Many foods and dietary factors affect blood pressure. Studies show a high-sodium diet increases blood pressure in some people. In fact, some studies show that the less sodium you eat, the better blood pressure control you might have - even if you’re taking blood pressure medications.
Findings also show that potassium, magnesium, and fiber may also affect blood pressure. Fruits and vegetables are high in potassium, magnesium, and fiber and low in sodium. Also, nuts, seeds, legumes, lean meats, and poultry are good sources of magnesium.
After four months, participants in the group that got the DASH diet plus weight-loss counseling and exercise lost an average of 19 pounds, while weight remained stable in the other two groups.
Participants in both the DASH diet alone and DASH diet plus counseling groups had significant reductions in blood pressure, with greater adherence to the DASH diet resulting in the largest drops in blood pressure. The finding suggests that that following the DASH diet lowers blood pressure, independent of exercise and weight loss.
However, the addition of weight loss and exercise to the DASH diet promoted even greater reductions in blood pressure and improved other measures of cardiovascular health. “For overweight or obese patients with high blood pressure, clinicians should recommend the DASH diet in conjunction with exercise and weight loss for the best results,” said Alan Hinderliter, MD, a cardiologist at the University of North Carolina at Chapel Hill and an investigator in this study.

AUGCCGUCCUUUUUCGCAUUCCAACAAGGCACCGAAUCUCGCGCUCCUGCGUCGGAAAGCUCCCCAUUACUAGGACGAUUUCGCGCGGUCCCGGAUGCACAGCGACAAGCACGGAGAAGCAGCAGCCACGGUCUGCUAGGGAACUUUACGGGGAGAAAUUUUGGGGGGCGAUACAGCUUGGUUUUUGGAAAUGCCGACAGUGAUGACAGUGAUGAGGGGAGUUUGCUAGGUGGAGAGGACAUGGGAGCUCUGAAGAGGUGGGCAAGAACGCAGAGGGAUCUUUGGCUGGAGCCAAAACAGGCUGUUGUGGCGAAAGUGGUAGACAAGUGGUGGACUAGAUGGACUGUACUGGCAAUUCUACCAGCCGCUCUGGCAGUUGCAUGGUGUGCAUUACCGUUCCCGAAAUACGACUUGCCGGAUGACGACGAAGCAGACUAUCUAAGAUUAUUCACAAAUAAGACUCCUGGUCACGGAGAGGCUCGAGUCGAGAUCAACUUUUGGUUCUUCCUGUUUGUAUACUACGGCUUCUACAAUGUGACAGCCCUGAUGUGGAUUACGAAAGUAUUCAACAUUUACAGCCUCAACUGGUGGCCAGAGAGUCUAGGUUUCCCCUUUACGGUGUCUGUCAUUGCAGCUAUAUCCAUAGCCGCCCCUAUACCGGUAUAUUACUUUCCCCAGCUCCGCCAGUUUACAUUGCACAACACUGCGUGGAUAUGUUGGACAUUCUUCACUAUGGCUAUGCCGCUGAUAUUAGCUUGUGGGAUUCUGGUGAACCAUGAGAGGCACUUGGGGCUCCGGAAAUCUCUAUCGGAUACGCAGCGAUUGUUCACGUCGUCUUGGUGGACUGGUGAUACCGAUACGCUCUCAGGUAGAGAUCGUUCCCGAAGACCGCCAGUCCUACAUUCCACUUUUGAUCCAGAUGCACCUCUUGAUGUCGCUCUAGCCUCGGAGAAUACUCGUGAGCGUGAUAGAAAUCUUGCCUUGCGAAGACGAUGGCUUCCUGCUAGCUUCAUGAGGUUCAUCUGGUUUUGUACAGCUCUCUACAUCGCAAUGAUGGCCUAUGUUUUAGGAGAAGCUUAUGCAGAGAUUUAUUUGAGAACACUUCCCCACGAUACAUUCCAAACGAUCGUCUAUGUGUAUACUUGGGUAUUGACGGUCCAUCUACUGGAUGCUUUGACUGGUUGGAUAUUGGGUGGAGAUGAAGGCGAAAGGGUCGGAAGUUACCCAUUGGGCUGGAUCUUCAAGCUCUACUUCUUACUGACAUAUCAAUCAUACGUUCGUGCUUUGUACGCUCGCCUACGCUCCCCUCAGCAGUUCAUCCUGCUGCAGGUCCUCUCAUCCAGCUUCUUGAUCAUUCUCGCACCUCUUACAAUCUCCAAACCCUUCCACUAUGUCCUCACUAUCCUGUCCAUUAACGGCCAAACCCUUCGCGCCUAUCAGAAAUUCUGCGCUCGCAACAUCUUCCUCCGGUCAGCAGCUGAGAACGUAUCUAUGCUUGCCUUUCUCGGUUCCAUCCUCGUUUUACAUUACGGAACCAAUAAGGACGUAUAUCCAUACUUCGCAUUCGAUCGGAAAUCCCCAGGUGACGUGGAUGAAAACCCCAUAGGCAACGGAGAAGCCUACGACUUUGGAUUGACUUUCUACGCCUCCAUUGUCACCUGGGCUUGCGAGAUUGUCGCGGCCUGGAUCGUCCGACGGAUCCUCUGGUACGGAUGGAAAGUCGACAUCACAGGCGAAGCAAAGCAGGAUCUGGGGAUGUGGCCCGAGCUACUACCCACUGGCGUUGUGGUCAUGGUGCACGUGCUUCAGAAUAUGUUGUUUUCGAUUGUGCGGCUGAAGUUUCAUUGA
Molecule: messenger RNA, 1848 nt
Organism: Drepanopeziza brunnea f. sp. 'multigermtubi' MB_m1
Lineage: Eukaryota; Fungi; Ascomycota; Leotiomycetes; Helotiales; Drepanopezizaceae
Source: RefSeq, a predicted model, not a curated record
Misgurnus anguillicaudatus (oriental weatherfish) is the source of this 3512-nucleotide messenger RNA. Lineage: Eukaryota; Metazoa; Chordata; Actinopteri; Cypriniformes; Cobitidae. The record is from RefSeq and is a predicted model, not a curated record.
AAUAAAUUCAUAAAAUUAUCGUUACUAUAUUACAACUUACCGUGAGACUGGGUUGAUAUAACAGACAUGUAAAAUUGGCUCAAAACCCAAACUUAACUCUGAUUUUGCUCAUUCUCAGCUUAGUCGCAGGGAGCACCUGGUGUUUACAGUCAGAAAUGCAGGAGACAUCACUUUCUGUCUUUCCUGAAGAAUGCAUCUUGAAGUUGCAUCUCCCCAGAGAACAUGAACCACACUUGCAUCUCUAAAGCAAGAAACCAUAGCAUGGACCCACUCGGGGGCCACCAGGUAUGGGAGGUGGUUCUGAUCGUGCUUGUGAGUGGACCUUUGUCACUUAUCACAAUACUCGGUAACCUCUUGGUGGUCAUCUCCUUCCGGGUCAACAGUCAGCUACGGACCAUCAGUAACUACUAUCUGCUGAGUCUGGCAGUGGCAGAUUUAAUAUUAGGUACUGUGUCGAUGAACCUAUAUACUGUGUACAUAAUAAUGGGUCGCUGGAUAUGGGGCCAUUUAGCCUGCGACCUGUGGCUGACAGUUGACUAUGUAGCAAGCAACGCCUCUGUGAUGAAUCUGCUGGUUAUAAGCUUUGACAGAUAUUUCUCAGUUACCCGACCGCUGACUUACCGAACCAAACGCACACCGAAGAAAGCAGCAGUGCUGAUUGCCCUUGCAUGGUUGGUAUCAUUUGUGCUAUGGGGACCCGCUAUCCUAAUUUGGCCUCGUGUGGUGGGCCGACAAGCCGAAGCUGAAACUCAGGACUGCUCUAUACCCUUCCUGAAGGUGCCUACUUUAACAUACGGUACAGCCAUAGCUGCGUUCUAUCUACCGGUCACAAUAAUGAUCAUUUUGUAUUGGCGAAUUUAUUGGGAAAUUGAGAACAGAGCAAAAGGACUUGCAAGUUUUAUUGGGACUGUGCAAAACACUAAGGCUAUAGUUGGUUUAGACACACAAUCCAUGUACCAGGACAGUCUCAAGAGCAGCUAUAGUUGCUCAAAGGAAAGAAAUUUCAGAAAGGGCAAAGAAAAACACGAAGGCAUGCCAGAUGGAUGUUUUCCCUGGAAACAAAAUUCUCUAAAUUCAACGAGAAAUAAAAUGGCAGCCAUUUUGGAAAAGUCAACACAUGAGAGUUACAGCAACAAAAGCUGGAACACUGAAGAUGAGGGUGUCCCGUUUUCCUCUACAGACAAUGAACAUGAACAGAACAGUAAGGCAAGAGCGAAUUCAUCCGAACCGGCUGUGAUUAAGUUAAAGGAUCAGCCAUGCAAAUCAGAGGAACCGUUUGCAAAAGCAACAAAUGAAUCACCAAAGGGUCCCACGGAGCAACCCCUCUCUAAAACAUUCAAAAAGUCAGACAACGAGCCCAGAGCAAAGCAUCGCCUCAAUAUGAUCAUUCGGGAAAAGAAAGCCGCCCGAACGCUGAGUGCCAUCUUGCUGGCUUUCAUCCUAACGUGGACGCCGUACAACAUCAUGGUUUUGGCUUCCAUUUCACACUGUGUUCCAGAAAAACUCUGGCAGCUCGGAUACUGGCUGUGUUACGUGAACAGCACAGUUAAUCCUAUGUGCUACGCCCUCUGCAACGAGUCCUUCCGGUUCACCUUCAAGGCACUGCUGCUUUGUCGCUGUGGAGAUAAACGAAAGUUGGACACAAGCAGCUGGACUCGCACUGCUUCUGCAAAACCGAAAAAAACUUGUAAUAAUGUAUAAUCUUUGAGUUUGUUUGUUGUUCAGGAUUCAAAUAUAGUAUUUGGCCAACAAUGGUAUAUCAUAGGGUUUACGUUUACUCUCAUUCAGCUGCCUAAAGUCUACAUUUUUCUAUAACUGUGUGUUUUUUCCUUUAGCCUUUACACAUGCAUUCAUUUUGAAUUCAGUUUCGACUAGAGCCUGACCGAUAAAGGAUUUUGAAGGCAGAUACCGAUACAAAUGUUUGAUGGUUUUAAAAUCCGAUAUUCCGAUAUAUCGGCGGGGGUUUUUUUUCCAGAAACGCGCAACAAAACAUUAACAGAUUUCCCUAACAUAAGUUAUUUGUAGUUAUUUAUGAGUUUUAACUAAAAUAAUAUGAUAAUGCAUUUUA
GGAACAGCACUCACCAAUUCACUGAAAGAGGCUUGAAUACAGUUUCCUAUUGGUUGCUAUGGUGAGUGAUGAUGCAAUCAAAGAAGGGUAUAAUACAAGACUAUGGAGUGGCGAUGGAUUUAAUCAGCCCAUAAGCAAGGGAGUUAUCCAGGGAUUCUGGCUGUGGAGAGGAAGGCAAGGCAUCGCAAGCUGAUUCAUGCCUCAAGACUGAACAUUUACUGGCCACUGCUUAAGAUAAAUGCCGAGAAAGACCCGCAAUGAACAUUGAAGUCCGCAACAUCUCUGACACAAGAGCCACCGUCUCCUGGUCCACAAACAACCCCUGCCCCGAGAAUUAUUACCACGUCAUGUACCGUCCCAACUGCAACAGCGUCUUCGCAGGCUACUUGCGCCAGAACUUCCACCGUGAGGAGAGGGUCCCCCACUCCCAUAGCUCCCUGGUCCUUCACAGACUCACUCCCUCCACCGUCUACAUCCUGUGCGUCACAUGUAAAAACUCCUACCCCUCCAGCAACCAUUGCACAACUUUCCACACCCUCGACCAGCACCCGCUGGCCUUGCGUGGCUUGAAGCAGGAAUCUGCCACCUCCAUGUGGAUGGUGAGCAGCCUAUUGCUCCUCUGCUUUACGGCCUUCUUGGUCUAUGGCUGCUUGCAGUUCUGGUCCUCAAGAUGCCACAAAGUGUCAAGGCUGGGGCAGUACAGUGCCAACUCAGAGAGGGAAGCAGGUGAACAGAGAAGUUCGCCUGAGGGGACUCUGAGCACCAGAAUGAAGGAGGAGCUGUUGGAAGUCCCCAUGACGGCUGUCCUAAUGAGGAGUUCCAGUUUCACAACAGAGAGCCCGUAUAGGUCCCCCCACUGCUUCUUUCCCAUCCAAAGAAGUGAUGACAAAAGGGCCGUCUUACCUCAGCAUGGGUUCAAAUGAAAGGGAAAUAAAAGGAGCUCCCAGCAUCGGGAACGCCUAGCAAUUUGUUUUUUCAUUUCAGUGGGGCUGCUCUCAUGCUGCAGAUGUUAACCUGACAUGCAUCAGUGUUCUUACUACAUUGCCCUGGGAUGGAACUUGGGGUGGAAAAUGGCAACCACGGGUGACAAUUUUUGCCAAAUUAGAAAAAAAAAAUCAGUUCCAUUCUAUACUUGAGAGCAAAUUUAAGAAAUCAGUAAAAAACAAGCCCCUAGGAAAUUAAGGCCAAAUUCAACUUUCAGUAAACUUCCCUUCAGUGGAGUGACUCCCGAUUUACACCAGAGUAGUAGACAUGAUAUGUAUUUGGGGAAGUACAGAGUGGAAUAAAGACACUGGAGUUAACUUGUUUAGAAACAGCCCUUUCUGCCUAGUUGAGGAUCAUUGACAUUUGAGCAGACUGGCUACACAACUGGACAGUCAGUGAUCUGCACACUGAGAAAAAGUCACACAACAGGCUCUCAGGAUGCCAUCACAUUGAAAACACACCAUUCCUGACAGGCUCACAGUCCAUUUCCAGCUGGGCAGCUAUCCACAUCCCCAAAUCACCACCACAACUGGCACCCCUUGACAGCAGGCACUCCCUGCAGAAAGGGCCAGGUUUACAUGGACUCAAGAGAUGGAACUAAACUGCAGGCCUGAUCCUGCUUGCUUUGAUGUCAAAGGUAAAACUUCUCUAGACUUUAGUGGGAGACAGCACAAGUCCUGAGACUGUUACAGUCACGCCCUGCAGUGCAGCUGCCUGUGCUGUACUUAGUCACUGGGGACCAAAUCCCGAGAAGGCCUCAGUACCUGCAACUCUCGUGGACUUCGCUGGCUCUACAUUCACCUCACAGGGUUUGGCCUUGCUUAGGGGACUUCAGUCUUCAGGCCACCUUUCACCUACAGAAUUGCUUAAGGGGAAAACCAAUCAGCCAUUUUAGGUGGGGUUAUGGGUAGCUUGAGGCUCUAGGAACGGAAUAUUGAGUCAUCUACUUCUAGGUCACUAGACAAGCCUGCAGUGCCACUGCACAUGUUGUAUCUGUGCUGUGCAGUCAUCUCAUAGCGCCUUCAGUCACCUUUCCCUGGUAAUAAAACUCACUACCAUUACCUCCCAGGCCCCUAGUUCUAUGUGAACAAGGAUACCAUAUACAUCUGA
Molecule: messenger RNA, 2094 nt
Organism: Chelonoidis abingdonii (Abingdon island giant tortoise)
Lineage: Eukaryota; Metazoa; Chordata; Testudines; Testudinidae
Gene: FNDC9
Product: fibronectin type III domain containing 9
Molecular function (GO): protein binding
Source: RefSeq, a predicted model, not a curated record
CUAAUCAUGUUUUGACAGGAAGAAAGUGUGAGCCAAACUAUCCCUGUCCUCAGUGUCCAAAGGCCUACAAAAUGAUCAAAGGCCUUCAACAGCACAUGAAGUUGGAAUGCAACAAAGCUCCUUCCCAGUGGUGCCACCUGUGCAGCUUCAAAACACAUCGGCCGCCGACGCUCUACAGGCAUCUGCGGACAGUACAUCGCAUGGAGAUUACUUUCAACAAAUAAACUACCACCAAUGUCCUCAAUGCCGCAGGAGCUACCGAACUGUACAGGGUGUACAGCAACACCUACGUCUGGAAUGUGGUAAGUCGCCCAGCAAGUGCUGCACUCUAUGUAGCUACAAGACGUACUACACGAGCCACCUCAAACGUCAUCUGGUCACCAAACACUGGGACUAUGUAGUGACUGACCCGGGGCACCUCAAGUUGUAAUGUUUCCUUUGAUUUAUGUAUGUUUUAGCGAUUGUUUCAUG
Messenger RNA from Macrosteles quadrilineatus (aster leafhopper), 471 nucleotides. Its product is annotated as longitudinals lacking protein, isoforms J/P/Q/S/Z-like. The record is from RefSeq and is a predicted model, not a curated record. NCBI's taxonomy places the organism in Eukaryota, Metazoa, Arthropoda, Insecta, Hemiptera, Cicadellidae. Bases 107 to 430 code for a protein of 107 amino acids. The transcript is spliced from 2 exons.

The researchers noted that African-American participants were less likely than white participants to eat foods recommended in the DASH diet prior to beginning the study. While both African-American and white participants in the DASH treatment groups increased the amount of DASH foods they ate, African-Americans were less likely to adopt the DASH diet compared to their white counterparts. No other demographic, behavioral, or social variable predicted whether participants would adhere to the DASH diet.
“We need to be aware of cultural differences in dietary preferences in order to help people better adopt a DASH-friendly diet,” Blumenthal said. “It is important to take into account traditional food choices and cooking practices when attempting to incorporate more DASH foods into daily meal plans.”
Culturally sensitive changes to implementing the DASH diet, such as modifying traditional “soul food” recipes to meet nutritional recommendations rather than eliminating foods altogether, may result in better adherence among African-Americans.
“Given the success of the DASH diet, we know that changing lifestyles can make a significant difference in people’s health,” Blumenthal said. “And in the long run, if people are able to maintain changes to their diet and exercise habits, it can lead to a lower risk for heart attack and stroke.”
In addition to Blumenthal, Duke researchers include Dawn Epstein, Andrew Sherwood, Patrick J. Smith, Carla Caccia, Pao-Hwa Lin, Michael A. Babyak, and Julie J. Johnson. Other researchers include Linda Craighead of Emory University, and Alan Hinderliter of the University of North Carolina at Chapel Hill.
The study was funded with grants from the National Heart, Lung, and Blood Institute (HL074103), and the General Clinical Research Center, National Institutes of Health (M01-RR-30).
Duke University Medical Center